Skip to main content

Things Continue To Go Very Poorly for Andrew Cuomo

Andrew Cuomo sits at a dinner table at the Tribeca Film Festival

**Content warning: Descriptions of sexual assault.**

It’s been nearly a week since New York Attorney General Letitia James announced that Governor Andrew Cuomo had been found to have violated state and federal laws by harassing female employees and creating a hostile work environment. And despite releasing a bizarre slideshow featuring pictures of himself hugging and kissing basically everyone he’s ever met, Cuomo’s troubles have not disappeared as he might have hoped.

A woman who was previously referred to only as “Executive Assistant #1” has spoken publicly for the first time about her experience working for Cuomo. Speaking in a joint interview with CBS This Morning and the Albany Times Union, Brittany Commisso said that working for the governor “was a dream job. And it unfortunately turned into a nightmare.”

Commisso describes a culture of harassment fostered by Cuomo, who she says repeatedly expressed opinions about her appearance. (She shouldn’t wear her hair up, she should show “some leg,” etc.) She also says that Cuomo groped her on two separate occasions nearly a year apart.

The first time, she was trying to take a selfie with him.

“He was to my left. I was on the right. With my right hand, I took the selfie,” she said. “I then felt while taking the selfie, his hand go down my back onto my butt, and he started rubbing it. Not sliding it. Not, you know, quickly brushing over it—rubbing my butt.”

The second time, she says she was with Cuomo in the governor’s mansion, where multiple other women have reported being sexually assaulted or harassed by him. (Cuomo has denied all of these accusations.)

Commisso says the governor hugged her in a “sexually aggressive manner.” She says Cuomo then shut the door and “came back to me and that’s when he put his hand up my blouse and cupped my breast over my bra.”

In addition to cooperating with the investigation into Cuomo’s behavior, Commisso has also filed a criminal complaint against him.

Meanwhile, Melissa DeRosa, Cuomo’s top aide who has been referred to as his “enforcer,” has resigned. She released a statement thanking her “talented and committed colleagues,” adding, “Personally, the past 2 years have been emotionally and mentally trying,” presumably referencing the COVID-19 pandemic. The statement does not mention Cuomo’s name.

DeRosa has been accused of enabling Cuomo’s predatory behavior by fueling the “culture of fear” that has reportedly permeated his office. She has also been accused of leading a retaliatory smear campaign against Lindsey Boylan after she came forward with accusations against the governor. New York Magazine writes:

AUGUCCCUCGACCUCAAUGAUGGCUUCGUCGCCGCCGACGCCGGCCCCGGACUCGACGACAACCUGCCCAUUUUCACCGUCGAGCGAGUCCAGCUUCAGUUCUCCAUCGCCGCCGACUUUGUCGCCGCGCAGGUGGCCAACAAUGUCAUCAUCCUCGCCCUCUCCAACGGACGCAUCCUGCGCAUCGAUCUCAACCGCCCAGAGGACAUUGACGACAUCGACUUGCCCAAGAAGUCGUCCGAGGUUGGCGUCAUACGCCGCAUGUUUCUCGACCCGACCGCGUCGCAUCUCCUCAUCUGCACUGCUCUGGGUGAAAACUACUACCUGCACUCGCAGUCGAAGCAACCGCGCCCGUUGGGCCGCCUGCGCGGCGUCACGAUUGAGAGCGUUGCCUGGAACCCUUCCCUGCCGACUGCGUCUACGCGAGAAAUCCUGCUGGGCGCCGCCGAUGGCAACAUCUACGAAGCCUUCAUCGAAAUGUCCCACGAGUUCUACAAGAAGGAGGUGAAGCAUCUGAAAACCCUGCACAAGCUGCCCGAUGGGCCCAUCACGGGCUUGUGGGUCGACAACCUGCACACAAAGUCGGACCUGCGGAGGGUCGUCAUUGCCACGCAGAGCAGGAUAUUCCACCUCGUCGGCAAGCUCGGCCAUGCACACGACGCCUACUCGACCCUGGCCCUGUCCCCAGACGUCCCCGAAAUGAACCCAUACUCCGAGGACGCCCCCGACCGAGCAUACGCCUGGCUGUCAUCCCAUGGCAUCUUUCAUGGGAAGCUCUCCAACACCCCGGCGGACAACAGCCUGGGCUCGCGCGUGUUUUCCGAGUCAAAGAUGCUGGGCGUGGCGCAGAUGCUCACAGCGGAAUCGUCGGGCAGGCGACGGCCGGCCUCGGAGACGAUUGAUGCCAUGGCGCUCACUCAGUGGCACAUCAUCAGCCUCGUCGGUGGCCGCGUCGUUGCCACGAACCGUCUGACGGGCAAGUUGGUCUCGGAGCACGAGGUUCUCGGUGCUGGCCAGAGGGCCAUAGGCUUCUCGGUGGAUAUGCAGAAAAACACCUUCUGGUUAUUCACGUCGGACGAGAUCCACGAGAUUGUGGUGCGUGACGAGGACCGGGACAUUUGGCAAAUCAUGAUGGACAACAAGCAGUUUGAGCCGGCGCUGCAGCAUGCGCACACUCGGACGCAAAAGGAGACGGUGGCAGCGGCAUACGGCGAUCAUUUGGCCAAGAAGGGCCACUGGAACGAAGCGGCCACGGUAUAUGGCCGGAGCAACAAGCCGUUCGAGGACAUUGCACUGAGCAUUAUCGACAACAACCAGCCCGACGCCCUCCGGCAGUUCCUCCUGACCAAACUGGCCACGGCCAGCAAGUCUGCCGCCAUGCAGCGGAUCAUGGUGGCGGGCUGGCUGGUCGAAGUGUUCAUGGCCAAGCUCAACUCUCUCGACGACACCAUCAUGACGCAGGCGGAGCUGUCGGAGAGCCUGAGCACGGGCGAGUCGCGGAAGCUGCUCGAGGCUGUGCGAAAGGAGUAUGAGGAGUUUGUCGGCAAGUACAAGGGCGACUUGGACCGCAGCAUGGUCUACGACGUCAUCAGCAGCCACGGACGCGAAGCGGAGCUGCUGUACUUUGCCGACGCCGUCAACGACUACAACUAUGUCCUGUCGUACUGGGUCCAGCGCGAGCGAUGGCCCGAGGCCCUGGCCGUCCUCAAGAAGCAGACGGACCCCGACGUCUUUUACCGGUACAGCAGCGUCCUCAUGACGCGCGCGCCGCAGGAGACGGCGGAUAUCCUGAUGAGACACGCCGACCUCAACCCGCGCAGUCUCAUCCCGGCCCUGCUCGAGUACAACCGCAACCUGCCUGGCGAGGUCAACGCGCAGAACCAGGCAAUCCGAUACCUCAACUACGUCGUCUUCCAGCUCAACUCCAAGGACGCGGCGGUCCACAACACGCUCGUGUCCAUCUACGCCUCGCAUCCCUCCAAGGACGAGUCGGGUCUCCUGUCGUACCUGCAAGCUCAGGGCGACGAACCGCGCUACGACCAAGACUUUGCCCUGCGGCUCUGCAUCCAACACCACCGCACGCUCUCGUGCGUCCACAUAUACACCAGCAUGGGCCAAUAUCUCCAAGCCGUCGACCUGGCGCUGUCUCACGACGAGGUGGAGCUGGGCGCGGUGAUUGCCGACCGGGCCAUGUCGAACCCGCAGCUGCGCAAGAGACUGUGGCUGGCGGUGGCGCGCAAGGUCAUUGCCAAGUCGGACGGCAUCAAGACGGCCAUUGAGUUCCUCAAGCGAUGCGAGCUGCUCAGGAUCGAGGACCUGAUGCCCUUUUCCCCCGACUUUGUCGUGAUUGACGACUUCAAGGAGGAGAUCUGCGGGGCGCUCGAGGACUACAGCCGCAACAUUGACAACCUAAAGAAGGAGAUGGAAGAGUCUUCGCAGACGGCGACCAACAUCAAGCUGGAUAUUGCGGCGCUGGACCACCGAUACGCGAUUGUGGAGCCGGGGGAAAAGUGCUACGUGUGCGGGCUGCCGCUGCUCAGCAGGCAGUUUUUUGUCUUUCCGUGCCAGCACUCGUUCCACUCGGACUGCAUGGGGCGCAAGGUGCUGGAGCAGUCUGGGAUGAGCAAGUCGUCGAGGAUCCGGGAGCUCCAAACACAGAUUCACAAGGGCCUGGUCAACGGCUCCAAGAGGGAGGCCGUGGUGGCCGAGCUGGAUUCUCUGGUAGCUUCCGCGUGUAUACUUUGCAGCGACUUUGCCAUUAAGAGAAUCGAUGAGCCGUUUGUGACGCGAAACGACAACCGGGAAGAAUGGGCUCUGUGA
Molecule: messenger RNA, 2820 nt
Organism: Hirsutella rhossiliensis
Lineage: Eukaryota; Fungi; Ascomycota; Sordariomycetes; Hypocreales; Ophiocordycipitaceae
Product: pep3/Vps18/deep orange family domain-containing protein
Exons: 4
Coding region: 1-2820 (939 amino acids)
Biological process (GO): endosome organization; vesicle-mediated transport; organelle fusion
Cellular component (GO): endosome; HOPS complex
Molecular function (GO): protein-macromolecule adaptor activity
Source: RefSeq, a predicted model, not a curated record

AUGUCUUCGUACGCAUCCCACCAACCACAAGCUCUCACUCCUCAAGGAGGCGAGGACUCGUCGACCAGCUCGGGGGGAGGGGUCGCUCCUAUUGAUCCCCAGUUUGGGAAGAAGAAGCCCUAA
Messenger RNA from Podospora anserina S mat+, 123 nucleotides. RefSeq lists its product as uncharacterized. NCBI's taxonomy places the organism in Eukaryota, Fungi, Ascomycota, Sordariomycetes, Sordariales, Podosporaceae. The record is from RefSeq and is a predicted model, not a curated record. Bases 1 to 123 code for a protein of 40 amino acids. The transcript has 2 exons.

DeRosa was the key person leading what investigators deemed to be a retaliation campaign by the administration against Lindsey Boylan, a former Cuomo aide and the first woman to publicly accuse the governor of sexual harassment. DeRosa, according to the report, sent several journalists Boylan’s personnel record, including internal complaints meant to undermine her credibility. James’s office determined that sharing such confidential records violated laws designed to protect sexual-harassment accusers from retaliation. The inquiry also found that DeRosa, the daughter of a powerful Albany lobbyist, developed the governor’s political defense as the allegations mounted last spring, including an effort to pressure a former staffer to call and record a state employee who had supported Boylan publicly to see what information she may have possessed.

Time’s Up board co-chair Roberta Kaplan has also resigned after it was revealed that DeRosa sent a draft of a letter smearing Boylan to Kaplan to review. According to the AG’s report, Kaplan told Boylan to remove “statements about Ms. Boylan’s interactions with male colleagues,” but that otherwise, the letter calling her character into question and sharing confidential information as retaliation for her public allegations was fine to send out. (Again, according to James, it was not. It was illegal.)

New York lawmakers are moving ahead with impeachment proceedings, although they are taking their time in reviewing the evidence in the case against Cuomo—evidence which now officially includes Cuomo’s own response video, weird slideshow and all.

(image: Cindy Ord/Getty Images for Tribeca Festival)

Want more stories like this? Become a subscriber and support the site!

The Mary Sue has a strict comment policy that forbids, but is not limited to, personal insults toward anyone, hate speech, and trolling.—

Have a tip we should know? [email protected]

Filed Under:

Follow The Mary Sue:

Vivian Kane (she/her) has a lot of opinions about a lot of things. Born in San Francisco and radicalized in Los Angeles, she now lives in Kansas City, Missouri with her husband Brock Wilbur and too many cats.